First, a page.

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Musical Therapy: Music, Like, Totally Saved My Life

Okay, so music didn't save me. A musician never saved me from a burning house, music never cured me of a disease, and deep depression with suicidal thoughts has never been my mental illness of birth. However, I have heard that phrase uttered from the mouth of a living person who is being earnest, and I can completely, no doubt about it, believe that it is possible.

There has been a time in my life, actually quite a few, where a song or a collection of songs felt connected to my experience and helped me through some dark times. I mean, I was a teenager once, I listened to edgy angry music that I identified with. I was all about trench coats, that black no.1 (a bit obvious, I know), and being totally retarded. That's what the teenage years are for!

There is just something special about music that we can all really come together on, enough so that entire fields of scientific study have been done all about it. We have studies that show that music can help the development of a fetus, can connect with us as a baby, help our development as children, and grow with us to the days when we are old & crazy and we attain the right to tell all them youngsters that music isn't like it was, it was better in our day! Yeah, good for you Mom, you go listen to your Rolling Stone.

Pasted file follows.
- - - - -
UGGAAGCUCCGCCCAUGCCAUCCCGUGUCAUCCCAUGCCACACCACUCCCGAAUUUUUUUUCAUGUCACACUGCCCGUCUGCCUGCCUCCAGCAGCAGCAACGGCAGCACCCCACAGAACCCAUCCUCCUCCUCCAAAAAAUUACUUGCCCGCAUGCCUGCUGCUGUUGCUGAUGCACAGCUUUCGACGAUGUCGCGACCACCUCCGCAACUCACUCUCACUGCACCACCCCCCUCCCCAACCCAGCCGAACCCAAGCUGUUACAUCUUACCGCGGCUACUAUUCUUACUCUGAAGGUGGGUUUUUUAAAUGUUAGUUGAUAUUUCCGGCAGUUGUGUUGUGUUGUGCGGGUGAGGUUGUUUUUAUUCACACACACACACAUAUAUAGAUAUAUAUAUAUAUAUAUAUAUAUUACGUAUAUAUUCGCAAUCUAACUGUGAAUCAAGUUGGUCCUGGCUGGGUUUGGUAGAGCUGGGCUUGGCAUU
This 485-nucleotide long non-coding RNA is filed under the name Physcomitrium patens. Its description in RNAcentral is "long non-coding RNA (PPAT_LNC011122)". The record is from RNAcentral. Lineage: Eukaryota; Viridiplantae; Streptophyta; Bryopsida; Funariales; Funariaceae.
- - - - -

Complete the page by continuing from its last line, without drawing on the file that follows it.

There is even a fully licensed profession for music therapy. Just like any other art, music and the ability to create or witness the creation of others has real therapeutic value.

We have nursery rhymes and lullabies for as long as recorded time to calm a child. It is hard to say what the oldest one is, but we have a lullaby from the 15th century about the birth of Jesus being sung on YouTube and I'll be direct this time, because I can't fit Lullay, My Liking into a sentence naturally.

Music and songs belong to every culture all over the world, unique to what makes them who they are, just like all forms of art are defined by the individuals who create them and what defines an individual is their upbringing. So, yes, we connect with music, we have to, it is everywhere and it is a shared human experience. Not that all of us share similar musical tastes, that's silly, we connect with what we know. You may like country, I, for the most part, don't. I never had more trucks than cars, or a farm, but I had a dog, just never had a dog in my truck on my farm.

Not that I necessarily need to fully connect with a song to like it, I like plenty of hip-hop, even though most of it isn't made for me. The thing is, if there has been an experience to be had, there's a song for that. No matter the day of the week, mood you are in, or state of mind, there is a song for that.

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